A further world-first in demonstrating the use of the Japanese QZSS LEX signal in delivering real-time, centimetre accurate precise point positioning (PPP) in Australia. This research involved a collaboration between the CRCSI research team and colleagues at the Japanese Aerospace Exploration Agency (JAXA) and ultimately lead to an “Australian-made” LEX message for testing. The use of a satellite-based delivery system pointed towards a strategy for providing a truly national positioning infrastructure, not limited by the vagaries of mobile phone coverage.



Improvements to the Australian Geographic Reference Image (AGRI)

The AGRI project produced a nationwide geo-referenced image mosaic comprising almost 10 000 satellite images. The CRCSI developed a new photogrammetric processing approach that reduced the need for ground control by more than 95% and reduced the image registration task from almost 10 000 scenes to just 105 orbit segments resulting in savings of several million dollars in processing costs.

Overcoming limitations in the International GNSS Service (IGS) orbits

The IGS provides high accuracy global orbit and clock products for real-time and post processed GPS positioning. The CRCSI research team based at Curtin University in Western Australia discovered technical problems with the IGS regional orbit products that reduced positional accuracy. This team started working with the IGS to develop a new international standard for conversion of IGS products into regional frames of reference to be adopted for global use.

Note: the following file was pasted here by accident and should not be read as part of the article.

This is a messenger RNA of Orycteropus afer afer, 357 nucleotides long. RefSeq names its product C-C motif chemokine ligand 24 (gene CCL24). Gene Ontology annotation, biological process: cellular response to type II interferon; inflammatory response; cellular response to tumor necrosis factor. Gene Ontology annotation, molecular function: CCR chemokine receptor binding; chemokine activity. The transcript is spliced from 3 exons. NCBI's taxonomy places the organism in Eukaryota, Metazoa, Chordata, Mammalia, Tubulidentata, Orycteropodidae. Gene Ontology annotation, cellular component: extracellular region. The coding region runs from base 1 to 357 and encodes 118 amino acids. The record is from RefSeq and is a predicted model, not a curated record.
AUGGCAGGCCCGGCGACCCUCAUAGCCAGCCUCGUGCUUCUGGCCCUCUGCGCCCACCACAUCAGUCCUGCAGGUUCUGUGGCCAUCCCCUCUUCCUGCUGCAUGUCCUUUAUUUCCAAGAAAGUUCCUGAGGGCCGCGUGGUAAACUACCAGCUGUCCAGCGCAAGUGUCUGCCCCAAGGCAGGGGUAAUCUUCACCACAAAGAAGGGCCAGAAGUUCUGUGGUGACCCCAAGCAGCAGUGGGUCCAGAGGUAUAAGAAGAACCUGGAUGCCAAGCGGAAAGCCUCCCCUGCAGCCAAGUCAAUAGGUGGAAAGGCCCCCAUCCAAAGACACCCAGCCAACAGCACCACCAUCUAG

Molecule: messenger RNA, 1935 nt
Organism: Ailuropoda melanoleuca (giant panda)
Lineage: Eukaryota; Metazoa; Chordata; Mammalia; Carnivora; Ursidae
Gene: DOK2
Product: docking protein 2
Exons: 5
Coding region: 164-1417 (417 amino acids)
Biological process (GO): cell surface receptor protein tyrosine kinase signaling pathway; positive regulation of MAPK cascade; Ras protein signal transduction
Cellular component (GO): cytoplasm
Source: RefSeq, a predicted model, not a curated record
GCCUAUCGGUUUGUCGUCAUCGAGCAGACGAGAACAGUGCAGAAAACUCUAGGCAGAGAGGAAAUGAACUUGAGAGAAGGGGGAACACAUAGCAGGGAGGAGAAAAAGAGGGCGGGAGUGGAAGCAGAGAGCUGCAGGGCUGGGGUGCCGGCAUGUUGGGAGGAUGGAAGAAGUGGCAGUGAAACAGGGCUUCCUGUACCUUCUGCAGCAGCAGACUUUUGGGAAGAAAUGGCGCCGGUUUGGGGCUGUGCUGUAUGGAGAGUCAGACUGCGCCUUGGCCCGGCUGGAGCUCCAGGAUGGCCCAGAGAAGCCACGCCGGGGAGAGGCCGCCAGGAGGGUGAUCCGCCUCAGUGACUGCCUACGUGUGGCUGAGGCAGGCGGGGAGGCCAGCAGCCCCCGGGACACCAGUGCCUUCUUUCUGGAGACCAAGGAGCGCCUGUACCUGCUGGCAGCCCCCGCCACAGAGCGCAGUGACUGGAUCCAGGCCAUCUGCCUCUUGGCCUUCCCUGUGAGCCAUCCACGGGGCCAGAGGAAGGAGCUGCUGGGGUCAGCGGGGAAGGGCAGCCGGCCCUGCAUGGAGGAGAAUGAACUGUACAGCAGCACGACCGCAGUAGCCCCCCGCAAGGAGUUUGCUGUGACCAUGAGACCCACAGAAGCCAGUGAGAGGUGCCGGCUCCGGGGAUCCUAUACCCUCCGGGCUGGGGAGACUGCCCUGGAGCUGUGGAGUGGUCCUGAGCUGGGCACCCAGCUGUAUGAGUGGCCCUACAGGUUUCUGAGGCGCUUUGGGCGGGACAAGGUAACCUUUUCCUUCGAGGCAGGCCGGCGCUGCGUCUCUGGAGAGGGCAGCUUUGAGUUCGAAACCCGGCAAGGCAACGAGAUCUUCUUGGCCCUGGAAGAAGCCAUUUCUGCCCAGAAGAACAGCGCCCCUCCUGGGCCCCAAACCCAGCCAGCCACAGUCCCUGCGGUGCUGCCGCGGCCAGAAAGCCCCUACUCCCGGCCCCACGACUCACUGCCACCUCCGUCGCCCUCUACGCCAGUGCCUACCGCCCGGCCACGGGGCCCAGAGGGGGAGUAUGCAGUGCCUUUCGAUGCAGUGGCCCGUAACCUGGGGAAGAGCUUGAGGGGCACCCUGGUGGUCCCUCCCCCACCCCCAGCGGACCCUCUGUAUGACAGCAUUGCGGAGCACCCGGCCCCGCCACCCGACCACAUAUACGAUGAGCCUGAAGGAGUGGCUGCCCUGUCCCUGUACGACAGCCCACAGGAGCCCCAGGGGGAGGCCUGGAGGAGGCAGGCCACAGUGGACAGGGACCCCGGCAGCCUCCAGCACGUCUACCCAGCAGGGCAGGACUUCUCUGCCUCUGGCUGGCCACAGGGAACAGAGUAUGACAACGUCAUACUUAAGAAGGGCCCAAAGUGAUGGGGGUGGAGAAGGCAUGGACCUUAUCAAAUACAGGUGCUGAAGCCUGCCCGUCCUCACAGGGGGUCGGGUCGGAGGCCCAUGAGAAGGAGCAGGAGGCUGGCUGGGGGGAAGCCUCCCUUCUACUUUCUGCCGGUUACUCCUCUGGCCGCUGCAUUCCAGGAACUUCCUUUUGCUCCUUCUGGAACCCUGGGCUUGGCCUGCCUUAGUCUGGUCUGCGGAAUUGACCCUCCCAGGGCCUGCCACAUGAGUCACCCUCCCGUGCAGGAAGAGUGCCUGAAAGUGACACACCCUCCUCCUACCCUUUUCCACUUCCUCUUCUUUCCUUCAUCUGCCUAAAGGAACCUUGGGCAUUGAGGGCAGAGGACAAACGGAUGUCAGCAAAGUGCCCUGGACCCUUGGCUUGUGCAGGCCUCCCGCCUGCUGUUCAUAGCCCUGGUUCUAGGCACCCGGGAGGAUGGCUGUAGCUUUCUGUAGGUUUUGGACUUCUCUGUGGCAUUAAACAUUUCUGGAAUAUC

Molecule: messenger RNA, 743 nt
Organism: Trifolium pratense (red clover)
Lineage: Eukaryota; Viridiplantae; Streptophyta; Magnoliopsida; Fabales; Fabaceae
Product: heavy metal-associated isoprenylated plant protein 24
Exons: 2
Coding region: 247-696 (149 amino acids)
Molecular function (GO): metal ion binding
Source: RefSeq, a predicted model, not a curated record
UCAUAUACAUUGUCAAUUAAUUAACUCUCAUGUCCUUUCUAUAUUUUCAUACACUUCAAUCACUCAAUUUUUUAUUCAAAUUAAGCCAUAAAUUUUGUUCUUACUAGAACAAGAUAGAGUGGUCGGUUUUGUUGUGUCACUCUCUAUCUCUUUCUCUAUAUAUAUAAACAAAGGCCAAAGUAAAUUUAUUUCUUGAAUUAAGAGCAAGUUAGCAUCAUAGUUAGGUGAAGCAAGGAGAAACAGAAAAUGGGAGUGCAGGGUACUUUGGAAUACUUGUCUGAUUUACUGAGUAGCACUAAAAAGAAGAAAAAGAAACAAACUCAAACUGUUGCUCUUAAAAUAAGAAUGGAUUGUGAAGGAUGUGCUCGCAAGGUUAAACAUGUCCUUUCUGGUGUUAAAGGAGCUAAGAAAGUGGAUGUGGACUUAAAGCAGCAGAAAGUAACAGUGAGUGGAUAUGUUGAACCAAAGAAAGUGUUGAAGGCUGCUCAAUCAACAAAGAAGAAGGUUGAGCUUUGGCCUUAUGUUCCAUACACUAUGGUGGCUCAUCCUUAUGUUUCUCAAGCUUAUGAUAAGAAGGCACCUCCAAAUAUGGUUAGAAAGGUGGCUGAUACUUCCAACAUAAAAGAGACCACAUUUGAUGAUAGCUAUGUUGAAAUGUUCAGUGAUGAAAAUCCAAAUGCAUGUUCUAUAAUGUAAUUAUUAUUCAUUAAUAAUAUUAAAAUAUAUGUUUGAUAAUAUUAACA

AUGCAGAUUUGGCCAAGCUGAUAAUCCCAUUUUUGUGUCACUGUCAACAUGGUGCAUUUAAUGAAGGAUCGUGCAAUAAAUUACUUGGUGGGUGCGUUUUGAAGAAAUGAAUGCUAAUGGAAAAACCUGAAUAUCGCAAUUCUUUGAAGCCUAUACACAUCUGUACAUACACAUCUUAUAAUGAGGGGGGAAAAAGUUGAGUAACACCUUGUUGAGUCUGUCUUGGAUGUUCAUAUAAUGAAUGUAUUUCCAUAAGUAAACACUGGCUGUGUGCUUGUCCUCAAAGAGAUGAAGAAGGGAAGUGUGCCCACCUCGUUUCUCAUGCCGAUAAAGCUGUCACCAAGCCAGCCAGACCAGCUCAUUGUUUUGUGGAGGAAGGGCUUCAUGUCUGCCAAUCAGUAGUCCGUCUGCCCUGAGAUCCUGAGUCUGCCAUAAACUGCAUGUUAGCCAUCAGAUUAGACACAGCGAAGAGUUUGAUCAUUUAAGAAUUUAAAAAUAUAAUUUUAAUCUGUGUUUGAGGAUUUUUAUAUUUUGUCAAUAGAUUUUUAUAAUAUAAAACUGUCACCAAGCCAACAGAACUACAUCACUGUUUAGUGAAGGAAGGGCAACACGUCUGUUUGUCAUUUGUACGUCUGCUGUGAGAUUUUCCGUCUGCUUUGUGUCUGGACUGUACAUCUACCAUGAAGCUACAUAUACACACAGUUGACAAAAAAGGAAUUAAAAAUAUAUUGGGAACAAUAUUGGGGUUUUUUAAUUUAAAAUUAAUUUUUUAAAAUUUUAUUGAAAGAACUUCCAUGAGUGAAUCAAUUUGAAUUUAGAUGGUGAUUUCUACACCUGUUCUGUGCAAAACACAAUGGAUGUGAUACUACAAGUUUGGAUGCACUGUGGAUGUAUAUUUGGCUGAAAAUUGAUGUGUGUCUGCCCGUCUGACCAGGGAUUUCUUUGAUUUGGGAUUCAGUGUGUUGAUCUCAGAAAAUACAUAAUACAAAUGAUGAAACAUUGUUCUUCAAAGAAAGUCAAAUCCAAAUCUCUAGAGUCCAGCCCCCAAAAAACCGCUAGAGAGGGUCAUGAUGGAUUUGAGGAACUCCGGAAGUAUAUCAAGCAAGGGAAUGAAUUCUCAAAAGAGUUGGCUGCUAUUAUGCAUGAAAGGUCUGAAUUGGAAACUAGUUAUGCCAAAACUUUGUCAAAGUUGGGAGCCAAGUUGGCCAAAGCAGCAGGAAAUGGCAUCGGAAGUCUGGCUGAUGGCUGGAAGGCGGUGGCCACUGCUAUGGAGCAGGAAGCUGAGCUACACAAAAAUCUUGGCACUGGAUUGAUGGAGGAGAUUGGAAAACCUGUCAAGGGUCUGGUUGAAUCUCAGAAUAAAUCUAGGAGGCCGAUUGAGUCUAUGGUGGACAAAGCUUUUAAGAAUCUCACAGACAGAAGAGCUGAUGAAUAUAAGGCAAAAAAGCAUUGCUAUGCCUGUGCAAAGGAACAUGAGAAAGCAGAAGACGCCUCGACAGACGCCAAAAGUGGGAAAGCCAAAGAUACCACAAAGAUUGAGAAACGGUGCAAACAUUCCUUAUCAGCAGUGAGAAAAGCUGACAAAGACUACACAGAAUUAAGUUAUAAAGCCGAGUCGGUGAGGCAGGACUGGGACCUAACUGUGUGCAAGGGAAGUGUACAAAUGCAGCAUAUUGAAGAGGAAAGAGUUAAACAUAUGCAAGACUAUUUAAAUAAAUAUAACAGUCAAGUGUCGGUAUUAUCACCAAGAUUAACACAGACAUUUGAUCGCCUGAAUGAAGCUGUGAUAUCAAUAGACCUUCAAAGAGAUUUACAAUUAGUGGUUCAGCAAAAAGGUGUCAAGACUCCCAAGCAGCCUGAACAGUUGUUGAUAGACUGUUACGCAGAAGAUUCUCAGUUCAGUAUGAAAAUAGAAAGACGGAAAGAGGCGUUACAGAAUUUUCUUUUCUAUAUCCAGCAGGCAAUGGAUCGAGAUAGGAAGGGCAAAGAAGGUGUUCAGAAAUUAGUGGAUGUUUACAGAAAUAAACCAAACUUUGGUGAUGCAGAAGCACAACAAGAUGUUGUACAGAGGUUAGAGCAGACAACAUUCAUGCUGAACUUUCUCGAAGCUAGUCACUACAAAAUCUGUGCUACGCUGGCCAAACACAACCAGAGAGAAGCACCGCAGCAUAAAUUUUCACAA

World first results in integrating GPS and Galileo signals for RTK positioning

The CRCSI research team at Curtin University in Western Australia achieved a world first by integrating GPS and Galileo signals to demonstrate use for real-time kinematic positioning. This research demonstrated the practical potential and a theoretical foundation for real-time, high accuracy positioning based on signals from multiple GNSS constellations.

Improving understanding of cancer outcomes

Queensland University of Technology-located CRCSI researchers developed novel Bayesian modelling tools to better understand the spatial and temporal variation in the treatment of cancer in the community. They also examined the optimum location of the provision of cancer treatment services. One model predicted cancer incidence based on factors such as distance to health services, while another assesses the current state of service provision in relation to the demand for services in small areas. These models assisted health policymakers to make more informed decisions for future service promotion and the redistribution of cancer treatment services. This work became the foundations of the Australian Cancer Atlas.

A new way to remotely measure crop and pasture biomass

Efficiently measuring and mapping green biomass using remote sensing offers substantial benefits for improved management of pastures. Working with the University of New England, CRCSI researchers validated the use of a cheap lightweight and easily deployable airborne, near infrared and red reflectance sensors to quantify and map pasture biomass using specific spectral indices for use in farm decision management systems.

Digital Elevation Modelling

In response to the Coalition of Australian Government desire to better manage the impact of sea level rise, the CRCSI led the development of the National Elevation Data Framework (NEDF) program coordinating the over 200,000km2 of high resolution DEM mapping along the built up areas of the Australian coast. This dataset made Australia one of the most advanced countries in the world for modelling sea level rise in populated areas.